Is the bubbling of a liquid caused by the rapid escape of a gas rather than by boiling?
Bubbling of a liquid is the result of boiling caused by applied heat or due to exothermic chemical reactions.
When a liquid reaches its boiling point there is a rapid escape of gas that is a result of the boiling. Boiling occurs when the vapor pressure within the liquid matches the pressure of the container and the atmosphere and the liquid vaporizes.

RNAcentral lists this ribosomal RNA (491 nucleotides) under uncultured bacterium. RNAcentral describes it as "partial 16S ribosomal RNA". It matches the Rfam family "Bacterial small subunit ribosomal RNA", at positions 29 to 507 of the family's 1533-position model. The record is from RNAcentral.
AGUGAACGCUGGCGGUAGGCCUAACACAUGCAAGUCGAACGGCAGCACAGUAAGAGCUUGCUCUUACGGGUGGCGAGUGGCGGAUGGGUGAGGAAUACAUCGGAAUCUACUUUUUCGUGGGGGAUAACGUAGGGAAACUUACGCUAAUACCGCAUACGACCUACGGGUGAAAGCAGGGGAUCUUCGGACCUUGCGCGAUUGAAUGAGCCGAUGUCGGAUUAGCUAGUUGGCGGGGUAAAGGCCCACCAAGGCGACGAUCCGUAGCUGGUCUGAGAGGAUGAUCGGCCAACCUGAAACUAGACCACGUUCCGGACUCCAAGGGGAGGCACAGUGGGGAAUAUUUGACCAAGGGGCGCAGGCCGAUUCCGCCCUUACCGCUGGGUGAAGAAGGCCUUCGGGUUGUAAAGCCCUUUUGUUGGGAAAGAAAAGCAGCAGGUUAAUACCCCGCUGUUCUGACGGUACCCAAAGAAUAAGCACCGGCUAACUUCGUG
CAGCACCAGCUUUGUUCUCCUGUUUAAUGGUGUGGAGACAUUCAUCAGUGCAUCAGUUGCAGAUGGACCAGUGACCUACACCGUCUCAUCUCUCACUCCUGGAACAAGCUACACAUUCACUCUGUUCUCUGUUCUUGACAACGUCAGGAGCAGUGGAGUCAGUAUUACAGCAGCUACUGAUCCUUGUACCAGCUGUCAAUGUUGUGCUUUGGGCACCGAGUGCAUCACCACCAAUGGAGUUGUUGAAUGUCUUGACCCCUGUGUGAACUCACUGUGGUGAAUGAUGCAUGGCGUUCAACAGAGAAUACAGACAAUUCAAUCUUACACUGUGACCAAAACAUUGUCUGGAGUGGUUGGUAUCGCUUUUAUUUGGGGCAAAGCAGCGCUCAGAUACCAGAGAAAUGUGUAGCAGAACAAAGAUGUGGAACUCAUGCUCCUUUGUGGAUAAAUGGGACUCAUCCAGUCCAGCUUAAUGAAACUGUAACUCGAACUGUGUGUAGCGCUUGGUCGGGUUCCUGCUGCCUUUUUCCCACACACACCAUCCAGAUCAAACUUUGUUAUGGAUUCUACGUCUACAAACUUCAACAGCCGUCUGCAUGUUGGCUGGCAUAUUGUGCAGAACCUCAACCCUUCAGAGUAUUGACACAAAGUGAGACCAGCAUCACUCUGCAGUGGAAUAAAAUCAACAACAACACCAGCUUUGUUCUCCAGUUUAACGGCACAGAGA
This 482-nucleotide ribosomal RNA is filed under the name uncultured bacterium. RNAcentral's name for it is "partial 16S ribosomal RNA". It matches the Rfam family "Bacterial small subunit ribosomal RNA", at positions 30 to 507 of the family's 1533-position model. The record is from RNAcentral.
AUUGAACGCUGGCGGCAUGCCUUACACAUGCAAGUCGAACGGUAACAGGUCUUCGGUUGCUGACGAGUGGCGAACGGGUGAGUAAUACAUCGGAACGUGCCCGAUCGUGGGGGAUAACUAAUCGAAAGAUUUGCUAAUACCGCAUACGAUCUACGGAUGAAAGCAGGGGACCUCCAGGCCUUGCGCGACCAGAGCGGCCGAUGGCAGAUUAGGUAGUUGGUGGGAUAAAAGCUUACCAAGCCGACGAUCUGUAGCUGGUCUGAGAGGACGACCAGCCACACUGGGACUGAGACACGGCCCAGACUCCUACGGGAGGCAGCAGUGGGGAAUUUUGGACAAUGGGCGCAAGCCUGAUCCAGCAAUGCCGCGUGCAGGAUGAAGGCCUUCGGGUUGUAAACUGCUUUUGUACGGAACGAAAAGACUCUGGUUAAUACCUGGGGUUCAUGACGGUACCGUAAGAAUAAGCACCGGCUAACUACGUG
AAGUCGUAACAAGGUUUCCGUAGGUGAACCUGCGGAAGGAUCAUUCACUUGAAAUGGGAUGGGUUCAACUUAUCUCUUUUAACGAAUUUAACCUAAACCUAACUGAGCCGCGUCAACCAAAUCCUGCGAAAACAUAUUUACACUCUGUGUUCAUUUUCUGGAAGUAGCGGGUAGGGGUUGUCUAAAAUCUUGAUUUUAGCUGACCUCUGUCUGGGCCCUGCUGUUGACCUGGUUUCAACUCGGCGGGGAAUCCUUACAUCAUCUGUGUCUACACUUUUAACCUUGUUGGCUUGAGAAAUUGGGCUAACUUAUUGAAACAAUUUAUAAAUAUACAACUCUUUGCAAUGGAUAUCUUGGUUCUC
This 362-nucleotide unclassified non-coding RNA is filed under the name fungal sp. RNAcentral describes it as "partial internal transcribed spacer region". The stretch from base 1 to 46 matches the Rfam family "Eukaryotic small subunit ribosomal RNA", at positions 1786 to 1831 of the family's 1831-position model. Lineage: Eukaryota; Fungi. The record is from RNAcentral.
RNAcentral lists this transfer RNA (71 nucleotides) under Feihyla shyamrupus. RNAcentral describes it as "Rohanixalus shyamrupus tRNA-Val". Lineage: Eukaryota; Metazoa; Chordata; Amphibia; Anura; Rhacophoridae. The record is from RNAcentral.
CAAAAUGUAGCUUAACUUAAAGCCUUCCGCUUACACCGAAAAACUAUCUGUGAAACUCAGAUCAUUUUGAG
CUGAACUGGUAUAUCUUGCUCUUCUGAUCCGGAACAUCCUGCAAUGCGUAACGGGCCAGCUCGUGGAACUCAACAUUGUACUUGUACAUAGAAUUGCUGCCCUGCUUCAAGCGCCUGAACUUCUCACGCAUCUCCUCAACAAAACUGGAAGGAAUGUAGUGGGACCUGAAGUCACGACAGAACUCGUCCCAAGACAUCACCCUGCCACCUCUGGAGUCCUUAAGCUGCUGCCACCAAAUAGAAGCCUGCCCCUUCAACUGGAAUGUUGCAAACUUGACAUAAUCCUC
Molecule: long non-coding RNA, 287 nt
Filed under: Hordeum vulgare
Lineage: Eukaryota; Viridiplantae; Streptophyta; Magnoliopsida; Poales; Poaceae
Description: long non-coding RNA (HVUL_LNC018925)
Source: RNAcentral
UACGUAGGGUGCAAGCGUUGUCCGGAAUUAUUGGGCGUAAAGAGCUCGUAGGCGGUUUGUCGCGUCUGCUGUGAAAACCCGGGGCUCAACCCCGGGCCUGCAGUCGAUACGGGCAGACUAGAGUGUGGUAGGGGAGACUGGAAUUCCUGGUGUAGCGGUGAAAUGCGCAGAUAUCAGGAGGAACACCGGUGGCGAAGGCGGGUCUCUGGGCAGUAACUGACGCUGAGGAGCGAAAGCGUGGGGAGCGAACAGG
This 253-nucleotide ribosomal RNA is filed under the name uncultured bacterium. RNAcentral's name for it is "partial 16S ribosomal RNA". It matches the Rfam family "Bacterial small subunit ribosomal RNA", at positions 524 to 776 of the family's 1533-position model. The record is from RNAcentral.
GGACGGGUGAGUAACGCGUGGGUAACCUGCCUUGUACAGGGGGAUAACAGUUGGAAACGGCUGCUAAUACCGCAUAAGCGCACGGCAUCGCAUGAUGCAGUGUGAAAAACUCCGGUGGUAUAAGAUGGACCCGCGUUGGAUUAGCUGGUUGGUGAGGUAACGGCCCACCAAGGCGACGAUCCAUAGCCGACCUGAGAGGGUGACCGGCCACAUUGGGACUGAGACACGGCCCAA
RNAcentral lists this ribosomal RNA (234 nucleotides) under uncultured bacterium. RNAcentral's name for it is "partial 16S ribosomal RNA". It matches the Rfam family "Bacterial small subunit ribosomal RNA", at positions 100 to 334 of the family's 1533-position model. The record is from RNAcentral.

The rate of vaporization increases as the temperature increases.
When bubbles are observed, the process is referred to as nucleate boiling and each bubble is vaporized gas generated nearest the heat and then it rises to the surface.